Archive | January 2015

Taking Up Another’s Offense

I feel so privileged and humbled when a woman entrusts me with her MIL/DIL story. This warm, Spring afternoon was no exception. Avery traded seats with me so that I could enjoy a gorgeous view of the mountains of the Pacific Coast Range. Things were quiet at the moment in a household with two teenagers and we were taking advantage of a lull in activity to enjoy a cup of tea together on her back patio.

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Avery is the mother of one son and one daughter and has been married to Quentin for 19 years. I asked her to tell me about how she met Quentin and his family and how their relationship had changed over time, what she had been through and what advice she would give.

Here’s just a part of her story.

“In hindsight, your relationship with your MIL begins before you get married”.

Avery and Quentin met when both of their fathers were ill. They would travel most weekends from Washington, DC to New York City in her car because he didn’t have one, dropping him at Penn Station where he would take the train out to Long Island to visit his Dad. She would visit her Dad in Westchester County and then go pick up Quentin on Long Island on Sunday and they would drive back home to DC.

“And so it was this amazing kind of courtship that really involved our families and in a very tender time. I only knew Quentin’s Dad for six months before he died. So, my relationship with Quentin’s mom, with my MIL, started in the midst of this very kind of “sped-up” getting to know each other because, really, his Dad was dying.

“I was really close with his mom. His mom was a real “girly girl” and I wasn’t … and she just loved going to get her nails done and I’d never done that before. It was a very sweet, familial, loving beginning relationship. So close, even, that …….. I would often, when we visited, stay the night with her in her bed, if there were a lot of people visiting and we needed to ‘bunk up’. She and I would often be the ones ‘bunking up’. So, we were really, really close.

And then Quentin’s father passed away.

It was then that Avery heard about ” this crazy family story” about Quentin’s mom having had an affair with the same man since Quentin was five years old. Turns out that it wasn’t just a “crazy family story.” It was true and Quentin’s Mom had shared that information with her two children when they were in their early twenties before their father died.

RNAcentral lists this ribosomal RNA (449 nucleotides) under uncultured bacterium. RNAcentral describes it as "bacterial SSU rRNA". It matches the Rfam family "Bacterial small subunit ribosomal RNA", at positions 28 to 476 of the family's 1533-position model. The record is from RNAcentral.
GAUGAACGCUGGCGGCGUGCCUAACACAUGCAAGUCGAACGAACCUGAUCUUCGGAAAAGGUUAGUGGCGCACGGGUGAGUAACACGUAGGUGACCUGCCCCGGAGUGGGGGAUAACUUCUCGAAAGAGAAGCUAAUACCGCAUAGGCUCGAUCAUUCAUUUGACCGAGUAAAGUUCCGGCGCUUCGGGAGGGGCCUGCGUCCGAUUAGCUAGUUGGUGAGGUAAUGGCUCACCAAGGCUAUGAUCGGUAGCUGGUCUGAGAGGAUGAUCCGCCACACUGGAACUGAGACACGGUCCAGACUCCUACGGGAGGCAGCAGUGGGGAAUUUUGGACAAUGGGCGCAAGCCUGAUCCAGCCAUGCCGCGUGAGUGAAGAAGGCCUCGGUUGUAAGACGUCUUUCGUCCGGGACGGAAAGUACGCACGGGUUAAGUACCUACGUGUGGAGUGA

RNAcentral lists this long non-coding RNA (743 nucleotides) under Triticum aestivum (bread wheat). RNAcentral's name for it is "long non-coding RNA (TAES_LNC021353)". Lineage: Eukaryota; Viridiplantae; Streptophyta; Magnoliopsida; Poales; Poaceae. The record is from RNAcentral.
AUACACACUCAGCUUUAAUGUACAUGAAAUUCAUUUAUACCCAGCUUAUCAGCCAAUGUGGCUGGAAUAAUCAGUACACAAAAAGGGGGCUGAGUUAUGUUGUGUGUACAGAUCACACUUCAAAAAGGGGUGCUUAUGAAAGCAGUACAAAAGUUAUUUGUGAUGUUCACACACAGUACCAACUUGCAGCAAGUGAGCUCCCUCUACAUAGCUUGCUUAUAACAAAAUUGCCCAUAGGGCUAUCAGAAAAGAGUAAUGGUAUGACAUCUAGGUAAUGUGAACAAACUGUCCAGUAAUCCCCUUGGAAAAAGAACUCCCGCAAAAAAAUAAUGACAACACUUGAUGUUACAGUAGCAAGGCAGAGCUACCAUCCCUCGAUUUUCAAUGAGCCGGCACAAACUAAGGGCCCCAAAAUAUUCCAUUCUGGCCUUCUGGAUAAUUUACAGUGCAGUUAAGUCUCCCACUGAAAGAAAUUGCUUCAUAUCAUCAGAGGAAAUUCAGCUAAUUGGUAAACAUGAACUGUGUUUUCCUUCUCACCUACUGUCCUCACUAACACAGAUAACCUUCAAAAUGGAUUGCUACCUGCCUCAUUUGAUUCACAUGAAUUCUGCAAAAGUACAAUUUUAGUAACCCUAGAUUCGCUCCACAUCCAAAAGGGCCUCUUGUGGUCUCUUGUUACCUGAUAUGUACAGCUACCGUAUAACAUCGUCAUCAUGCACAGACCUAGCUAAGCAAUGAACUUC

“It was like this unspoken, spoken thing. But, the kids were grown and out of the house and I think Quentin was in law school. So, this was like something he was supposed to accept and deal with. So, along I come in the midst of all this sadness around Quentin’s Dad having cancer and dying. It didn’t come up and when it did, I was absolutely mortified. I just couldn’t believe it. It was so far out of my experience of what someone would do, let alone talk about, let alone ask the children to endure.

“And I think what happened over the next, you know, five years, ten years, is that because of my husband’s choice and reality of how he could deal with those facts … I reacted to that. So, in other words, he felt like there wasn’t much he could do but accept it. …. I wasn’t okay and so I became really angry at her for hurting him, for hurting my husband, for hurting her husband, for presuming that her behavior was … whatever. I had a lot of judgment and I got angrier and angrier.

“You know, we’d go and visit, but I just tried to endure it, and, you know. …. It was hard. It was very, very hard. When Quentin and I, as a couple, grew older and learned to do things differently in our own lives, with each other – we needed to grow and be better about taking care of ourselves, our well-being, our mental well-being – we started to change.  As a result, Quentin, probably six or seven years ago, started to finally deal with that relationship – he and his Mom – and allowed himself to at least express to me and I think also to her, tremendous sadness and misgiving about how that all happened. And what I noticed – which was a miracle – is that the minute my husband, could say what was for me the truth about what had happened, I didn’t need to do it anymore! And my ability to see her as really a part of my family – she’s my MIL, she’s family, she’s as damaged as any of the rest of us or anyone in my own family or me, … no different – no better, no worse – I could really love her again.”